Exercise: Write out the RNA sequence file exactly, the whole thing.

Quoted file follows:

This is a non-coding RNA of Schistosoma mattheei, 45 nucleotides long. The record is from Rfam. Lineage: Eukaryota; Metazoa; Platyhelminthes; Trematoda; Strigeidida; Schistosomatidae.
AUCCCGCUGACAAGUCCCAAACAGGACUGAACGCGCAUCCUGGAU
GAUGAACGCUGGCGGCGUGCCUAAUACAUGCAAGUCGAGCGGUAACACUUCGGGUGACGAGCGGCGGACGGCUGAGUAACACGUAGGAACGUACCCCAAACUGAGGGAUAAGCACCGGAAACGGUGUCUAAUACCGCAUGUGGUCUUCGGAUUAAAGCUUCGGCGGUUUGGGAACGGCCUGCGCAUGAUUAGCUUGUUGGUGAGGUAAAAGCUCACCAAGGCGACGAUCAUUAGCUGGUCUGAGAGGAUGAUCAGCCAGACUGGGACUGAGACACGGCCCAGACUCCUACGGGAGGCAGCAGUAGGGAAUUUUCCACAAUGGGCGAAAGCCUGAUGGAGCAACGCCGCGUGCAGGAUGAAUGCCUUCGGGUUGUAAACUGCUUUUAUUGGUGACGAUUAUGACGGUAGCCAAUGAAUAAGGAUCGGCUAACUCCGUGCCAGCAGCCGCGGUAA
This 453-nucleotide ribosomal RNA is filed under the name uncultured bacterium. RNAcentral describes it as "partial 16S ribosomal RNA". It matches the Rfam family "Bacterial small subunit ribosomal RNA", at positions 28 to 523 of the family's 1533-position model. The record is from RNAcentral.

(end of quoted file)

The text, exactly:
This is a non-coding RNA of Schistosoma mattheei, 45 nucleotides long. The record is from Rfam. Lineage: Eukaryota; Metazoa; Platyhelminthes; Trematoda; Strigeidida; Schistosomatidae.
AUCCCGCUGACAAGUCCCAAACAGGACUGAACGCGCAUCCUGGAU
GAUGAACGCUGGCGGCGUGCCUAAUACAUGCAAGUCGAGCGGUAACACUUCGGGUGACGAGCGGCGGACGGCUGAGUAACACGUAGGAACGUACCCCAAACUGAGGGAUAAGCACCGGAAACGGUGUCUAAUACCGCAUGUGGUCUUCGGAUUAAAGCUUCGGCGGUUUGGGAACGGCCUGCGCAUGAUUAGCUUGUUGGUGAGGUAAAAGCUCACCAAGGCGACGAUCAUUAGCUGGUCUGAGAGGAUGAUCAGCCAGACUGGGACUGAGACACGGCCCAGACUCCUACGGGAGGCAGCAGUAGGGAAUUUUCCACAAUGGGCGAAAGCCUGAUGGAGCAACGCCGCGUGCAGGAUGAAUGCCUUCGGGUUGUAAACUGCUUUUAUUGGUGACGAUUAUGACGGUAGCCAAUGAAUAAGGAUCGGCUAACUCCGUGCCAGCAGCCGCGGUAA
This 453-nucleotide ribosomal RNA is filed under the name uncultured bacterium. RNAcentral describes it as "partial 16S ribosomal RNA". It matches the Rfam family "Bacterial small subunit ribosomal RNA", at positions 28 to 523 of the family's 1533-position model. The record is from RNAcentral.